Justice Gorsuch, in dissent, opined that he agreed with the majority that "WesternGeco's lost profits claim does not offend the judicially created presumption against the extraterritorial application of statutes," but he believed that lost profits were wrongly awarded in this case. Section 284 provides for damages "adequate to account for the infringement, but no less than a reasonable royalty," and under Section 271(f)(2), the infringing activity is the exportation of the components from the United States (which was performed by ION) and not the use of the patented system by ION's customers in competition with WesternGeco. The concern expressed by the dissent was that, by awarding damages caused by the extraterritorial use of the system, the majority opinion enabled the U.S. patent owner to enjoy a worldwide monopoly over the use of its system. The dissent argued that such a result would have the perverse effects of (i) making potential damages under § 271(f)(2) greater than for making the patented machine in violation of § 271(a) and (ii) allowing U.S. courts to regulate worldwide commerce.


The ruling in WesternGeco is narrowly limited to damages for infringement under Section 271(f)(2); however, it remains to be seen whether it will have a broader impact. Patentees will push the boundaries of WesternGeco , arguing that recovery of foreign lost profits for infringement under Section 271(a) - making, using, offering to sell, selling or importing a patented invention - is likewise a domestic application of the Patent Act. Moreover, even if limited strictly to Section 271(f)(2), this ruling may create perverse incentives, expanding potential liability for exporters of components beyond those available for manufacturers or sellers. Will we see a shift in patent infringement strategy to focus on U.S.-based component suppliers, rather than the manufacturer of the finished product?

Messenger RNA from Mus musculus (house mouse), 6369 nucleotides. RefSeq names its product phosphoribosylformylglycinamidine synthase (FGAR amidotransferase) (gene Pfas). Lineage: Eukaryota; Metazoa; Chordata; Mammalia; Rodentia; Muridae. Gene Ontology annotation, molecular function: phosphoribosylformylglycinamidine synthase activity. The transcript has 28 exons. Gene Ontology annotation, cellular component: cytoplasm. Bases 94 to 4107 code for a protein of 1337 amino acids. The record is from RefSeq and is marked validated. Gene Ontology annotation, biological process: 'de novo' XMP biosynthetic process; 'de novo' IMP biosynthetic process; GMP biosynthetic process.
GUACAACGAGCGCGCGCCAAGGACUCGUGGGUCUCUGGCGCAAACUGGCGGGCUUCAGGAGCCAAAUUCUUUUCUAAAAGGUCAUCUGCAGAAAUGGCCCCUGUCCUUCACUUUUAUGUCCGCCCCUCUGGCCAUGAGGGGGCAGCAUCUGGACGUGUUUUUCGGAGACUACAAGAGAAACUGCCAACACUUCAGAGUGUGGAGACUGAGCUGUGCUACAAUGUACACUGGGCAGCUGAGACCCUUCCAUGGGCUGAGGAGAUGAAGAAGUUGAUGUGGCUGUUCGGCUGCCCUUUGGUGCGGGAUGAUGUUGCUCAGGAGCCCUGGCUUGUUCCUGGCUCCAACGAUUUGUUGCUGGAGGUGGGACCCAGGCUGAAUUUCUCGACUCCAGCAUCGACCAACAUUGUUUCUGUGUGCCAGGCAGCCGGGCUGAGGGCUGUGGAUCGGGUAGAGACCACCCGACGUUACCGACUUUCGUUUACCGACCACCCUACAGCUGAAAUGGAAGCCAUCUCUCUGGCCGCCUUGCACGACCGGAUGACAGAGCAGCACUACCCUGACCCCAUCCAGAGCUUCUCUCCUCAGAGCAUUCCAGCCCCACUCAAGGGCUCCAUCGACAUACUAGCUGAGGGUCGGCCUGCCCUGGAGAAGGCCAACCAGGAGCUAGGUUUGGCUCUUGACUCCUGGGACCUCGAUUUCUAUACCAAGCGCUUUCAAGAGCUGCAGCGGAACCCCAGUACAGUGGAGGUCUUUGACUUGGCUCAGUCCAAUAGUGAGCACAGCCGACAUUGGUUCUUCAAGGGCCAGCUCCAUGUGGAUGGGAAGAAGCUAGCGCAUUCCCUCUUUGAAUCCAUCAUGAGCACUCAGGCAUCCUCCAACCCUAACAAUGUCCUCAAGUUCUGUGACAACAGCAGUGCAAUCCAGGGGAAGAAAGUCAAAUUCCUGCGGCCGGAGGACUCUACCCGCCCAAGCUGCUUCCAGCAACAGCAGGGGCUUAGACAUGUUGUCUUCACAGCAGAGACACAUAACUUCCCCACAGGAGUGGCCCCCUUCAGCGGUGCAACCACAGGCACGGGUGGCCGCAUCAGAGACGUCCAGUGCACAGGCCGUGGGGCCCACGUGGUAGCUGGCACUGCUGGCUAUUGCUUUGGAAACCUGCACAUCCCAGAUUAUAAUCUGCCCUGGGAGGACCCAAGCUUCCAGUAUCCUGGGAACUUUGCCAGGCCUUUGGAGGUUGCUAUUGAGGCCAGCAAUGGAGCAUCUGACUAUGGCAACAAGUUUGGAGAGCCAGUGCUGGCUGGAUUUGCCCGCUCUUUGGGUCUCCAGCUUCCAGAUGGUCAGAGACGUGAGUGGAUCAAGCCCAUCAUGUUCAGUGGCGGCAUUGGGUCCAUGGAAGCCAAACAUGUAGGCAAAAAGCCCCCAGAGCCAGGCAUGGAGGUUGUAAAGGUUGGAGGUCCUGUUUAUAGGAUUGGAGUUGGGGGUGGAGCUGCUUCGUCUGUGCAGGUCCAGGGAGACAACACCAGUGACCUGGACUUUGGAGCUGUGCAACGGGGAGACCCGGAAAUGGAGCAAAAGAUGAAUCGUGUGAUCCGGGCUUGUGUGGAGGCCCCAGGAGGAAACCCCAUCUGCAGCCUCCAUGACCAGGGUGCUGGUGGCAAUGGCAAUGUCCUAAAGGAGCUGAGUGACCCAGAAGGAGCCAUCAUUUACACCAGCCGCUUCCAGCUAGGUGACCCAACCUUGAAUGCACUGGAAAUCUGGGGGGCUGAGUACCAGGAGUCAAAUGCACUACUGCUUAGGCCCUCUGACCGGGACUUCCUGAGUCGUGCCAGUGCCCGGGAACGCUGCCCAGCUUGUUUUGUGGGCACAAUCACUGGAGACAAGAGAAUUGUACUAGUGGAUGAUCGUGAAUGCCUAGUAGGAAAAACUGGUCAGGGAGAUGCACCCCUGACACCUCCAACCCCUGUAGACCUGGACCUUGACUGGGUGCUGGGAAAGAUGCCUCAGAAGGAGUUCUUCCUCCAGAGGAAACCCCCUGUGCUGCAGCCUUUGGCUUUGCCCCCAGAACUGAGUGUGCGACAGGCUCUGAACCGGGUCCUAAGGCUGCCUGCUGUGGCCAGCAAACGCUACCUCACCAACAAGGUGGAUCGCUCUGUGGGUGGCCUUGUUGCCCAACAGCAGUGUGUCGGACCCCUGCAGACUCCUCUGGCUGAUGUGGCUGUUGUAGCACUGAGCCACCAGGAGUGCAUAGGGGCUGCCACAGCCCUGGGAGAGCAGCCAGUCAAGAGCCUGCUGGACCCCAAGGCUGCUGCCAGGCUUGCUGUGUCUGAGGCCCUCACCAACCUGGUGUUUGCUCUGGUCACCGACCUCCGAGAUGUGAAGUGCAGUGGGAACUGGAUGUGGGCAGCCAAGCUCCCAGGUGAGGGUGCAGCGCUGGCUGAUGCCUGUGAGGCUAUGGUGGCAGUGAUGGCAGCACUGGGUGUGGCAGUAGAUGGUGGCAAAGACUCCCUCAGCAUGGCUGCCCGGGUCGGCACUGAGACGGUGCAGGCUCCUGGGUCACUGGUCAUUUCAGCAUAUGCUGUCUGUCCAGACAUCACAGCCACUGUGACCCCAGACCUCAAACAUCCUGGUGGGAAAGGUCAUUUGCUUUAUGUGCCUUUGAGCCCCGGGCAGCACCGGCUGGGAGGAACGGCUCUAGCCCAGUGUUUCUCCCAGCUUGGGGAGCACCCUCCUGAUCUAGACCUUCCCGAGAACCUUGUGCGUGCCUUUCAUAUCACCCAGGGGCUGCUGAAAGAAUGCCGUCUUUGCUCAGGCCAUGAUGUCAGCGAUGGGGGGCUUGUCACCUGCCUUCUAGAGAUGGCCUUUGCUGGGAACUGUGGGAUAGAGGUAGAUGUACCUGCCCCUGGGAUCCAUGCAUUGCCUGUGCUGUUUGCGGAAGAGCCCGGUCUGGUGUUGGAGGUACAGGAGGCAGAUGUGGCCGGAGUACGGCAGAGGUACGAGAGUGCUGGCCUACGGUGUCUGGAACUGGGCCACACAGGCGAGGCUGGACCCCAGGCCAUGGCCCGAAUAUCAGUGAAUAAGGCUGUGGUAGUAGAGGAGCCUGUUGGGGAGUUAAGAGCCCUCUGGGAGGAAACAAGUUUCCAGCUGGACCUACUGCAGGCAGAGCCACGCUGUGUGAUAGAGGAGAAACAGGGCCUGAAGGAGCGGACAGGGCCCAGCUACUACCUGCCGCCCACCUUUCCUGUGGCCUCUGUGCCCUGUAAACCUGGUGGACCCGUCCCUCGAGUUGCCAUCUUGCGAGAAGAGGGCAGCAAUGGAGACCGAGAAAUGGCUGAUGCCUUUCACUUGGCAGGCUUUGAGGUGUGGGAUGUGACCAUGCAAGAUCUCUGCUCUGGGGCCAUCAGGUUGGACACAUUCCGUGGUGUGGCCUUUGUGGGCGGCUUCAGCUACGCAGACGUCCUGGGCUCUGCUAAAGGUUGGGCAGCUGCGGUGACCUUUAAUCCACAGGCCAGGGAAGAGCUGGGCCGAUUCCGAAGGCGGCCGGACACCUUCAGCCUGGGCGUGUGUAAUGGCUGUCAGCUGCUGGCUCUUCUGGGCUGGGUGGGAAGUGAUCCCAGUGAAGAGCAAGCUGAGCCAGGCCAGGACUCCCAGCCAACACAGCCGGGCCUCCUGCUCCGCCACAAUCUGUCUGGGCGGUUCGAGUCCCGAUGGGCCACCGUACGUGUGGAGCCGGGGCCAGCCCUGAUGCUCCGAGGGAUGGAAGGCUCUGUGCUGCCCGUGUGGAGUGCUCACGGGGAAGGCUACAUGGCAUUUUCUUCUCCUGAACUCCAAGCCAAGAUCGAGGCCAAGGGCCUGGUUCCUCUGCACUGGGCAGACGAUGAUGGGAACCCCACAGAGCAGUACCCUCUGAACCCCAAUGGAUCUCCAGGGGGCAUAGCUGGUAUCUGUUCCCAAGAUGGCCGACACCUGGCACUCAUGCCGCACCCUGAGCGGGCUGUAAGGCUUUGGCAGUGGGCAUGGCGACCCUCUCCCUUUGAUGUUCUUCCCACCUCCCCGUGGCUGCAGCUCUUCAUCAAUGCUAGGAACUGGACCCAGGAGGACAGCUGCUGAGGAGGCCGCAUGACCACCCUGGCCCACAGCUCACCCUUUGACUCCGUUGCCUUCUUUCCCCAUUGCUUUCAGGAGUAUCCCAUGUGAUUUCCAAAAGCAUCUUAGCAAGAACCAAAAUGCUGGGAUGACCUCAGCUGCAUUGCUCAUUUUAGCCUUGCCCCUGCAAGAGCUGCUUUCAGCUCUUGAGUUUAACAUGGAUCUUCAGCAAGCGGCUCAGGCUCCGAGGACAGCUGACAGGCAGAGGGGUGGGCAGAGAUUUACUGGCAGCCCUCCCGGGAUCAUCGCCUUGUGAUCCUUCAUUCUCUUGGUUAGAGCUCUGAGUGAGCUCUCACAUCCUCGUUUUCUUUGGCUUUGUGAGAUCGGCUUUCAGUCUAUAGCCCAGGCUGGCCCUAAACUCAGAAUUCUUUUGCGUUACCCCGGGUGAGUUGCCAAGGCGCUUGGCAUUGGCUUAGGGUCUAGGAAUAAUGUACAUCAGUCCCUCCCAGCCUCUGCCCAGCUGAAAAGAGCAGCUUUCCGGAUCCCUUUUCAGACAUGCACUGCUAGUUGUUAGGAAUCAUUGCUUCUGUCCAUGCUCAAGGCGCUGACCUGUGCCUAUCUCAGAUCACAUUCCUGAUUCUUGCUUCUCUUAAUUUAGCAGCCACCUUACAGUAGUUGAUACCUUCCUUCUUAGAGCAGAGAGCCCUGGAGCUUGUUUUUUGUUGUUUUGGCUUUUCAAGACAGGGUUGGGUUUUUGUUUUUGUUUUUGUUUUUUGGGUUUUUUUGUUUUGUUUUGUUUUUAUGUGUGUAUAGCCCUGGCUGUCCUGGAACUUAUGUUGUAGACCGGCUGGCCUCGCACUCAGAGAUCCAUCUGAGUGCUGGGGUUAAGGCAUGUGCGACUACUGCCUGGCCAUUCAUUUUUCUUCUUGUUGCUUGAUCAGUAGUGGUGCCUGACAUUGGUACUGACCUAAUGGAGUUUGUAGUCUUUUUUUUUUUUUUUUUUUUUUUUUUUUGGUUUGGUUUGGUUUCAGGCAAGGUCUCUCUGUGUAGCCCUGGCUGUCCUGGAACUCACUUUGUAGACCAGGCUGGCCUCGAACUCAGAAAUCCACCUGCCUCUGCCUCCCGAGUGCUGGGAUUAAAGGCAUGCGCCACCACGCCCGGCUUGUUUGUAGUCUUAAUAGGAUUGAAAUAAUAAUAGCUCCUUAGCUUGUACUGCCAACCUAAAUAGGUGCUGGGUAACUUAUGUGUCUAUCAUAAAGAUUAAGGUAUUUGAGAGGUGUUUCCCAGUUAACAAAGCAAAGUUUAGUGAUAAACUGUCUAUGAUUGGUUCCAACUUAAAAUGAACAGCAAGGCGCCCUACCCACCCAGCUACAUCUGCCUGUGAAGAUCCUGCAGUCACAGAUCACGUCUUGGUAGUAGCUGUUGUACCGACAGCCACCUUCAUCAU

The temptation is to imagine, as Justice Gorsuch did, nightmare scenarios where the WesternGeco decision distorts patent litigation as we know it. But it is just as (if not more) likely that this decision will have a negligible impact. The significance of the majority opinion's footnote should not be understated. WesternGeco holds only that 35 U.S.C. §§ 271(f)(2) and 284 allow for recovery of lost foreign profits, not that awards of foreign profits should be awarded in such cases. Alleged infringers should continue to fight overreaching lost-profit claims by challenging, among other things, proximate causation, which will be a point of vulnerability in many claims for foreign lost profit damages.

The content of this article is intended to provide a general guide to the subject matter. Specialist advice should be sought about your specific circumstances.